Entrepreneur 2 Entrepreneur: Dan Linstroth on stopping



Dan LinstrothThank you to Split Rock Partners  for underwriting the Entrepreneur 2 Entrepreneur series.

Minnesota tech entrepreneur Dan Linstroth was a co-founder and CMO at Heroic, a B2C startup that launched in 2011 and raised angel funding, yet has shut down as of late.

Why did Heroic decide to stop?

The answer is simple: we ran out of money and were faced with some options to either bootstrap/grind or try to raise more money.  Each circumstance requires full energy, enthusiasm and no hesitation about what to do. We had been working Heroic it for a few years already and became a bit burned-out so we had to be honest about where we were mentally and emotionally with the project.

Split Rock Partners

What was that decision process like considering you had other partners and investors?

We had extensive conversations and explored all options. We had a good working relationship as a team so we were able to communicate openly about how we were feeling.  One of the important things is that having a unified collective vision in a startup is critically important. Perhaps we each saw and wanted different things.   Combine that with were we were financially and we came to a conclusion on good terms, but without question, a very difficult conversation to have and a tough decision to reach.

The fork in the road that defines an entrepreneur is actually starting vs. talking about starting, right? There’s a similar fork in the road when you get to that point in the biz to contemplate shutting down.

Our investors and financial stakeholders were okay with the decision. They supported us from the beginning and continue to be close mentors. I am forever grateful for their support. The hardest part of decision to close was not living up to the expectations we set for ourselves and those who backed us. The investment team we had was supportive of us from the beginning through the end. They were familiar with invest and understood the risks.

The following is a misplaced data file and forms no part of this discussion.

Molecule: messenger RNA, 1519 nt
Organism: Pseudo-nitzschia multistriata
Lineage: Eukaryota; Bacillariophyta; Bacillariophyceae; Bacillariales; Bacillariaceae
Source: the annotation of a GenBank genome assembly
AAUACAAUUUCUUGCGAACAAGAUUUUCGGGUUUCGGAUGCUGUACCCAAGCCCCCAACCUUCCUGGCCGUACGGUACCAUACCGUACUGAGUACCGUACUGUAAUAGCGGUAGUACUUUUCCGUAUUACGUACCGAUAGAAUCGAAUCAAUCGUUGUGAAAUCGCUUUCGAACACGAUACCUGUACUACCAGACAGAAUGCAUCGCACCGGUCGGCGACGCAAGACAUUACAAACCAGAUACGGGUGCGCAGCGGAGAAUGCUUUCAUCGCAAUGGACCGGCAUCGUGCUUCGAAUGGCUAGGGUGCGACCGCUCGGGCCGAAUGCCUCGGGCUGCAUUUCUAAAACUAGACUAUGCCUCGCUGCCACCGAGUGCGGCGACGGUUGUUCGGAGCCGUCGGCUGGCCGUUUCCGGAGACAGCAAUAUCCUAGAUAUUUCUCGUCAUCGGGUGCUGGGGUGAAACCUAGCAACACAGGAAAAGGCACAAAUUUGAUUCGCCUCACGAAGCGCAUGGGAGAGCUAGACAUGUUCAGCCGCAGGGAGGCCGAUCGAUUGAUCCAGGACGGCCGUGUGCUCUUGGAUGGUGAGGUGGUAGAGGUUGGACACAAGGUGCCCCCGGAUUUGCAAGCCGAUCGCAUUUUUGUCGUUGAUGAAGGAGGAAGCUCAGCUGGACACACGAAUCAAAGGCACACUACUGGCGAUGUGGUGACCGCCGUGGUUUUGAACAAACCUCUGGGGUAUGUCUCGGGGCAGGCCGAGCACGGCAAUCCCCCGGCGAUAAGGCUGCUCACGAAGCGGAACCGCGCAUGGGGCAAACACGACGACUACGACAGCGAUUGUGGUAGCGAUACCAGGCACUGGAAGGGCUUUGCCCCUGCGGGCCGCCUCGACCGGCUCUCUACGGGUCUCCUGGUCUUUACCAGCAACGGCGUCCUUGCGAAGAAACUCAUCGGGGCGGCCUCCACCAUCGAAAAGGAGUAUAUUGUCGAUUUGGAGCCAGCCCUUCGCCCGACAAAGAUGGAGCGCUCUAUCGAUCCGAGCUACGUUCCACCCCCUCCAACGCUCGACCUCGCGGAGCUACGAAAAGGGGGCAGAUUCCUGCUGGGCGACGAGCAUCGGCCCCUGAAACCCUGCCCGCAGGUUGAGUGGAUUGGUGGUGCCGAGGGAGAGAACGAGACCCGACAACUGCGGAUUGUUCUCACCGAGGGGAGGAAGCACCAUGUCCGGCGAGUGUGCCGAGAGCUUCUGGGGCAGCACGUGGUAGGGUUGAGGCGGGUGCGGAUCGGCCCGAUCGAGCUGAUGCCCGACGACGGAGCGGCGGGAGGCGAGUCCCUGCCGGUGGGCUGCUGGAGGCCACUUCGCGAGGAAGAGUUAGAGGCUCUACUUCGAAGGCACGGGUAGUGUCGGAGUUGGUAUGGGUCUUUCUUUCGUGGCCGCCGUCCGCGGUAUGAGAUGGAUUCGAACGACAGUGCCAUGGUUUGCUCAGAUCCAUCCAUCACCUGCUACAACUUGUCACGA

What’s some lessons learned in retrospect?

There are a lot, right!?  The first thing was the importance of action.  We had an idea and the energy to start so we did, no regrets there and would (will?) do it again I’m sure.   Failure can be your friend, not enemy, the value of action was huge.

A more tactical lesson learned was about focus…time and energy must be used wisely as a startup. Choose an identity as a company and focus on providing something of great value for your customers. What is your company going to do better than anybody else? Also, embrace being small and don’t be afraid to grow slowly at the beginning

What is something you would do differently next time?

There are two things I would do differently. One: focus on getting to revenue, that is, what are customers actually willing to pay for?  Two: remove the focus of raising money at an early stage. 100% of the teams focus in the beginning should be on customer discovery.

In fact, not having money in the early stage can be a strength because it forces you to only spend time on things that are absolutely vital to launch, validation, and revenue.  Raising money should be a demonstration of value to the market and a consequence to success.

What’s next for you?

Right now I’m doing new business development and strategy at Spyder Trap in Minneapolis, which is in line with what I’ve learned about digital marketing while at Heroic.   I also started a craft coffee project called  Kindly Coffee which keeps me in the entrepreneurial world.

Related Minnesota tech news:

Entrepreneur 2 Entrepreneur: Matt Bauer on ending [Part 1]
Entrepreneur 2 Entrepreneur: Matt Bauer on ending [Part 2]
Entrepreneur 2 Entrepreneur: Matt Bauer on ending [Part 3]


  • http://twitter.com/casey__allen Casey Allen

    These founders will all be back in the game before long. As they should.

    Solid post, Dan, and many thanks for laying it out there for all other entrepreneurs to learn from.

    • Dan Linstroth

      Thanks a lot, Casey. You are one of the many people that I’m happy to have connected with through this experience that I otherwise would not have. More to come.